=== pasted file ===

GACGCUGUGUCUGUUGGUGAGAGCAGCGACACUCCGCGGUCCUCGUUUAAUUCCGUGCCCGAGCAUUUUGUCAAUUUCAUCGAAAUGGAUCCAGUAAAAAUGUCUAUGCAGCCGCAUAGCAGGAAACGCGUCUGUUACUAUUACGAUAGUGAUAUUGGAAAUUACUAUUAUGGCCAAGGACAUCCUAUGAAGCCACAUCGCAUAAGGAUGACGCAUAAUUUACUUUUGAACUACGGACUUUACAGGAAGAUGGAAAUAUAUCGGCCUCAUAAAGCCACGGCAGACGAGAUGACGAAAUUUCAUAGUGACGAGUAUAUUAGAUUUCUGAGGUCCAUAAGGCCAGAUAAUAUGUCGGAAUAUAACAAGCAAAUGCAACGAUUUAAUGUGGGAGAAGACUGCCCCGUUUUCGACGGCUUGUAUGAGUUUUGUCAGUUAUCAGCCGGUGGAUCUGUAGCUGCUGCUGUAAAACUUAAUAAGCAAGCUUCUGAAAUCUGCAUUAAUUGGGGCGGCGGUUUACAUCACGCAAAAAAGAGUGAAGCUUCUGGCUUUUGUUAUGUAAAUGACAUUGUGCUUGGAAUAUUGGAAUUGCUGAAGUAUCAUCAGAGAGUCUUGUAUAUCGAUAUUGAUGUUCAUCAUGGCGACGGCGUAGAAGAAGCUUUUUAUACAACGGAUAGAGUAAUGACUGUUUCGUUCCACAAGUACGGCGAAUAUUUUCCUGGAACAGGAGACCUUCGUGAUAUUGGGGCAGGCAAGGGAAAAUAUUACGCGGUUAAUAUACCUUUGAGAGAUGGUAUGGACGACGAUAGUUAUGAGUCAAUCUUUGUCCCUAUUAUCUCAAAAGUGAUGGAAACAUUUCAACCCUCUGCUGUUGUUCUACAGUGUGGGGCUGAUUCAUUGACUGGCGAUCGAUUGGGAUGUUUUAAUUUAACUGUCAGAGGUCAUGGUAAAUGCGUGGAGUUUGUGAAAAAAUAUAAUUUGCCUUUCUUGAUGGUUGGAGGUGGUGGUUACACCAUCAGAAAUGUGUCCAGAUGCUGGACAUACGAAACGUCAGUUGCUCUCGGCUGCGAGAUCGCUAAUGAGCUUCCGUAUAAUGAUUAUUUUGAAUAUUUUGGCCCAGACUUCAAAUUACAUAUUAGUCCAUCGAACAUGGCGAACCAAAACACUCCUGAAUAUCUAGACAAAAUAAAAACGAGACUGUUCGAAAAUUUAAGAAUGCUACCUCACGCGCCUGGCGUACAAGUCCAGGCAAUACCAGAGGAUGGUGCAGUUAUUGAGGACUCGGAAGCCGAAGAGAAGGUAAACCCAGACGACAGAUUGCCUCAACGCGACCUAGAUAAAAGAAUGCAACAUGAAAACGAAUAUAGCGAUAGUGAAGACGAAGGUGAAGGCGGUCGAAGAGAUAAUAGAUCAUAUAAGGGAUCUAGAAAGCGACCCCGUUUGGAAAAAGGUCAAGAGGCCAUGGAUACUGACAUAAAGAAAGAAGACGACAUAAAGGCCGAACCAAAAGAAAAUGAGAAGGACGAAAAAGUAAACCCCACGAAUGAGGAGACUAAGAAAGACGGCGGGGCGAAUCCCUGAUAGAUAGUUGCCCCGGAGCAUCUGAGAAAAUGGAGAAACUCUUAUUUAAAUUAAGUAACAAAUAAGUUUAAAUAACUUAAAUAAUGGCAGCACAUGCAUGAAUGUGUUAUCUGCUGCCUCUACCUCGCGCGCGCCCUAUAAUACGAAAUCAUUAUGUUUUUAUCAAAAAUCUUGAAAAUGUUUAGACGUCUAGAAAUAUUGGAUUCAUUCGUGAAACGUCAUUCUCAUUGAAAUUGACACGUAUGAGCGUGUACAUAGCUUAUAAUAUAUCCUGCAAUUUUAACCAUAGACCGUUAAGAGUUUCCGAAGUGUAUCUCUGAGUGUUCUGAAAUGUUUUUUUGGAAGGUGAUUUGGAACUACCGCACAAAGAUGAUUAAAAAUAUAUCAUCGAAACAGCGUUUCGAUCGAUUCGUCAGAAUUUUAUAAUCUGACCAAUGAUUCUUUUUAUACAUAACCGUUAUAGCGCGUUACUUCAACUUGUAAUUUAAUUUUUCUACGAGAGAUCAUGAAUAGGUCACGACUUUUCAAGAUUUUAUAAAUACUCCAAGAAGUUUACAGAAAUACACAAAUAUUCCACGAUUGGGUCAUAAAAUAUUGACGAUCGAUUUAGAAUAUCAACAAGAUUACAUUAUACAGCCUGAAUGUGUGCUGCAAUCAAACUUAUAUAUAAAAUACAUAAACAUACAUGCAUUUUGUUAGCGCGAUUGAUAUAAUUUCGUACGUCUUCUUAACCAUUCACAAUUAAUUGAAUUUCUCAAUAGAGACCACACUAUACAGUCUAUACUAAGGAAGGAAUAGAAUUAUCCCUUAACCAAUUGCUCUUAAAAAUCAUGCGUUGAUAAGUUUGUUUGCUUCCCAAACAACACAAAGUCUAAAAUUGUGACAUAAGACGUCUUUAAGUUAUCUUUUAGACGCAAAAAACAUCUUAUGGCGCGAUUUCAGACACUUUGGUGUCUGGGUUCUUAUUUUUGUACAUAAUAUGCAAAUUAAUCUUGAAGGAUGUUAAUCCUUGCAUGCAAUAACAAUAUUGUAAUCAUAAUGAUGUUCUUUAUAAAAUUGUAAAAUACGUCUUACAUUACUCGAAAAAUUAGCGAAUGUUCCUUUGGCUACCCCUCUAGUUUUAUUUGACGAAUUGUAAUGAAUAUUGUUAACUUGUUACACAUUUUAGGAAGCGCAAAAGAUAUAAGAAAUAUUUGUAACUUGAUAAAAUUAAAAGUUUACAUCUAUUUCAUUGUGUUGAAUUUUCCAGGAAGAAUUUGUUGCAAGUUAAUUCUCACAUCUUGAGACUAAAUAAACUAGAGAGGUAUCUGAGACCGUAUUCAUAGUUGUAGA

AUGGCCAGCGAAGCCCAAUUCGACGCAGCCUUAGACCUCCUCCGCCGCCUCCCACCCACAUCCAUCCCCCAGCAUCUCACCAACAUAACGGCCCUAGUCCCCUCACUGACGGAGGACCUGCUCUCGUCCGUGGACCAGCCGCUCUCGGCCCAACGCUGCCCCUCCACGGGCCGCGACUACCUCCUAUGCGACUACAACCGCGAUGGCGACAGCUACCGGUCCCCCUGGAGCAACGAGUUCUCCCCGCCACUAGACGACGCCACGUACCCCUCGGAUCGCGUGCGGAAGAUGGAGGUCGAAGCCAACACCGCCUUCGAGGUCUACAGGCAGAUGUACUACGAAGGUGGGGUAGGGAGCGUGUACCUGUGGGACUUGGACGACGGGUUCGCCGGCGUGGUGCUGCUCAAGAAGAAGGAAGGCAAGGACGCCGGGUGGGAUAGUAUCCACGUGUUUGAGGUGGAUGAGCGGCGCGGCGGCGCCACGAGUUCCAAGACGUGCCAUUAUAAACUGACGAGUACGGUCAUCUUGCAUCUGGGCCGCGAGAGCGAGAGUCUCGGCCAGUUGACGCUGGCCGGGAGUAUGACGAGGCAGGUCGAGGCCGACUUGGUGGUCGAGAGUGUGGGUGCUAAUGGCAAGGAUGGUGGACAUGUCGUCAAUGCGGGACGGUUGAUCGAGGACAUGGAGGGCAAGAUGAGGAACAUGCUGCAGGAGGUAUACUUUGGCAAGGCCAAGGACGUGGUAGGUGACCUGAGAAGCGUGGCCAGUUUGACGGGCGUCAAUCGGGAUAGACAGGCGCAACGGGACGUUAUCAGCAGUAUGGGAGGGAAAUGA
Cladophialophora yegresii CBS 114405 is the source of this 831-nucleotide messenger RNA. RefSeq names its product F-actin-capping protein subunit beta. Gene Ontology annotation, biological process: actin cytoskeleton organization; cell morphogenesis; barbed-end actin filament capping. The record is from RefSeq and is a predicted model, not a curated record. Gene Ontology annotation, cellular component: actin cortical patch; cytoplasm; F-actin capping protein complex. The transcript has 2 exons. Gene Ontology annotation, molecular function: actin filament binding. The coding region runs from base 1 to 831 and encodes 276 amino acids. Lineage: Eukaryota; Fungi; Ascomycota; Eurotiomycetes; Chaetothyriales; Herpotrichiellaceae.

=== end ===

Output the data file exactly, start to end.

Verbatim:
GACGCUGUGUCUGUUGGUGAGAGCAGCGACACUCCGCGGUCCUCGUUUAAUUCCGUGCCCGAGCAUUUUGUCAAUUUCAUCGAAAUGGAUCCAGUAAAAAUGUCUAUGCAGCCGCAUAGCAGGAAACGCGUCUGUUACUAUUACGAUAGUGAUAUUGGAAAUUACUAUUAUGGCCAAGGACAUCCUAUGAAGCCACAUCGCAUAAGGAUGACGCAUAAUUUACUUUUGAACUACGGACUUUACAGGAAGAUGGAAAUAUAUCGGCCUCAUAAAGCCACGGCAGACGAGAUGACGAAAUUUCAUAGUGACGAGUAUAUUAGAUUUCUGAGGUCCAUAAGGCCAGAUAAUAUGUCGGAAUAUAACAAGCAAAUGCAACGAUUUAAUGUGGGAGAAGACUGCCCCGUUUUCGACGGCUUGUAUGAGUUUUGUCAGUUAUCAGCCGGUGGAUCUGUAGCUGCUGCUGUAAAACUUAAUAAGCAAGCUUCUGAAAUCUGCAUUAAUUGGGGCGGCGGUUUACAUCACGCAAAAAAGAGUGAAGCUUCUGGCUUUUGUUAUGUAAAUGACAUUGUGCUUGGAAUAUUGGAAUUGCUGAAGUAUCAUCAGAGAGUCUUGUAUAUCGAUAUUGAUGUUCAUCAUGGCGACGGCGUAGAAGAAGCUUUUUAUACAACGGAUAGAGUAAUGACUGUUUCGUUCCACAAGUACGGCGAAUAUUUUCCUGGAACAGGAGACCUUCGUGAUAUUGGGGCAGGCAAGGGAAAAUAUUACGCGGUUAAUAUACCUUUGAGAGAUGGUAUGGACGACGAUAGUUAUGAGUCAAUCUUUGUCCCUAUUAUCUCAAAAGUGAUGGAAACAUUUCAACCCUCUGCUGUUGUUCUACAGUGUGGGGCUGAUUCAUUGACUGGCGAUCGAUUGGGAUGUUUUAAUUUAACUGUCAGAGGUCAUGGUAAAUGCGUGGAGUUUGUGAAAAAAUAUAAUUUGCCUUUCUUGAUGGUUGGAGGUGGUGGUUACACCAUCAGAAAUGUGUCCAGAUGCUGGACAUACGAAACGUCAGUUGCUCUCGGCUGCGAGAUCGCUAAUGAGCUUCCGUAUAAUGAUUAUUUUGAAUAUUUUGGCCCAGACUUCAAAUUACAUAUUAGUCCAUCGAACAUGGCGAACCAAAACACUCCUGAAUAUCUAGACAAAAUAAAAACGAGACUGUUCGAAAAUUUAAGAAUGCUACCUCACGCGCCUGGCGUACAAGUCCAGGCAAUACCAGAGGAUGGUGCAGUUAUUGAGGACUCGGAAGCCGAAGAGAAGGUAAACCCAGACGACAGAUUGCCUCAACGCGACCUAGAUAAAAGAAUGCAACAUGAAAACGAAUAUAGCGAUAGUGAAGACGAAGGUGAAGGCGGUCGAAGAGAUAAUAGAUCAUAUAAGGGAUCUAGAAAGCGACCCCGUUUGGAAAAAGGUCAAGAGGCCAUGGAUACUGACAUAAAGAAAGAAGACGACAUAAAGGCCGAACCAAAAGAAAAUGAGAAGGACGAAAAAGUAAACCCCACGAAUGAGGAGACUAAGAAAGACGGCGGGGCGAAUCCCUGAUAGAUAGUUGCCCCGGAGCAUCUGAGAAAAUGGAGAAACUCUUAUUUAAAUUAAGUAACAAAUAAGUUUAAAUAACUUAAAUAAUGGCAGCACAUGCAUGAAUGUGUUAUCUGCUGCCUCUACCUCGCGCGCGCCCUAUAAUACGAAAUCAUUAUGUUUUUAUCAAAAAUCUUGAAAAUGUUUAGACGUCUAGAAAUAUUGGAUUCAUUCGUGAAACGUCAUUCUCAUUGAAAUUGACACGUAUGAGCGUGUACAUAGCUUAUAAUAUAUCCUGCAAUUUUAACCAUAGACCGUUAAGAGUUUCCGAAGUGUAUCUCUGAGUGUUCUGAAAUGUUUUUUUGGAAGGUGAUUUGGAACUACCGCACAAAGAUGAUUAAAAAUAUAUCAUCGAAACAGCGUUUCGAUCGAUUCGUCAGAAUUUUAUAAUCUGACCAAUGAUUCUUUUUAUACAUAACCGUUAUAGCGCGUUACUUCAACUUGUAAUUUAAUUUUUCUACGAGAGAUCAUGAAUAGGUCACGACUUUUCAAGAUUUUAUAAAUACUCCAAGAAGUUUACAGAAAUACACAAAUAUUCCACGAUUGGGUCAUAAAAUAUUGACGAUCGAUUUAGAAUAUCAACAAGAUUACAUUAUACAGCCUGAAUGUGUGCUGCAAUCAAACUUAUAUAUAAAAUACAUAAACAUACAUGCAUUUUGUUAGCGCGAUUGAUAUAAUUUCGUACGUCUUCUUAACCAUUCACAAUUAAUUGAAUUUCUCAAUAGAGACCACACUAUACAGUCUAUACUAAGGAAGGAAUAGAAUUAUCCCUUAACCAAUUGCUCUUAAAAAUCAUGCGUUGAUAAGUUUGUUUGCUUCCCAAACAACACAAAGUCUAAAAUUGUGACAUAAGACGUCUUUAAGUUAUCUUUUAGACGCAAAAAACAUCUUAUGGCGCGAUUUCAGACACUUUGGUGUCUGGGUUCUUAUUUUUGUACAUAAUAUGCAAAUUAAUCUUGAAGGAUGUUAAUCCUUGCAUGCAAUAACAAUAUUGUAAUCAUAAUGAUGUUCUUUAUAAAAUUGUAAAAUACGUCUUACAUUACUCGAAAAAUUAGCGAAUGUUCCUUUGGCUACCCCUCUAGUUUUAUUUGACGAAUUGUAAUGAAUAUUGUUAACUUGUUACACAUUUUAGGAAGCGCAAAAGAUAUAAGAAAUAUUUGUAACUUGAUAAAAUUAAAAGUUUACAUCUAUUUCAUUGUGUUGAAUUUUCCAGGAAGAAUUUGUUGCAAGUUAAUUCUCACAUCUUGAGACUAAAUAAACUAGAGAGGUAUCUGAGACCGUAUUCAUAGUUGUAGA

AUGGCCAGCGAAGCCCAAUUCGACGCAGCCUUAGACCUCCUCCGCCGCCUCCCACCCACAUCCAUCCCCCAGCAUCUCACCAACAUAACGGCCCUAGUCCCCUCACUGACGGAGGACCUGCUCUCGUCCGUGGACCAGCCGCUCUCGGCCCAACGCUGCCCCUCCACGGGCCGCGACUACCUCCUAUGCGACUACAACCGCGAUGGCGACAGCUACCGGUCCCCCUGGAGCAACGAGUUCUCCCCGCCACUAGACGACGCCACGUACCCCUCGGAUCGCGUGCGGAAGAUGGAGGUCGAAGCCAACACCGCCUUCGAGGUCUACAGGCAGAUGUACUACGAAGGUGGGGUAGGGAGCGUGUACCUGUGGGACUUGGACGACGGGUUCGCCGGCGUGGUGCUGCUCAAGAAGAAGGAAGGCAAGGACGCCGGGUGGGAUAGUAUCCACGUGUUUGAGGUGGAUGAGCGGCGCGGCGGCGCCACGAGUUCCAAGACGUGCCAUUAUAAACUGACGAGUACGGUCAUCUUGCAUCUGGGCCGCGAGAGCGAGAGUCUCGGCCAGUUGACGCUGGCCGGGAGUAUGACGAGGCAGGUCGAGGCCGACUUGGUGGUCGAGAGUGUGGGUGCUAAUGGCAAGGAUGGUGGACAUGUCGUCAAUGCGGGACGGUUGAUCGAGGACAUGGAGGGCAAGAUGAGGAACAUGCUGCAGGAGGUAUACUUUGGCAAGGCCAAGGACGUGGUAGGUGACCUGAGAAGCGUGGCCAGUUUGACGGGCGUCAAUCGGGAUAGACAGGCGCAACGGGACGUUAUCAGCAGUAUGGGAGGGAAAUGA
Cladophialophora yegresii CBS 114405 is the source of this 831-nucleotide messenger RNA. RefSeq names its product F-actin-capping protein subunit beta. Gene Ontology annotation, biological process: actin cytoskeleton organization; cell morphogenesis; barbed-end actin filament capping. The record is from RefSeq and is a predicted model, not a curated record. Gene Ontology annotation, cellular component: actin cortical patch; cytoplasm; F-actin capping protein complex. The transcript has 2 exons. Gene Ontology annotation, molecular function: actin filament binding. The coding region runs from base 1 to 831 and encodes 276 amino acids. Lineage: Eukaryota; Fungi; Ascomycota; Eurotiomycetes; Chaetothyriales; Herpotrichiellaceae.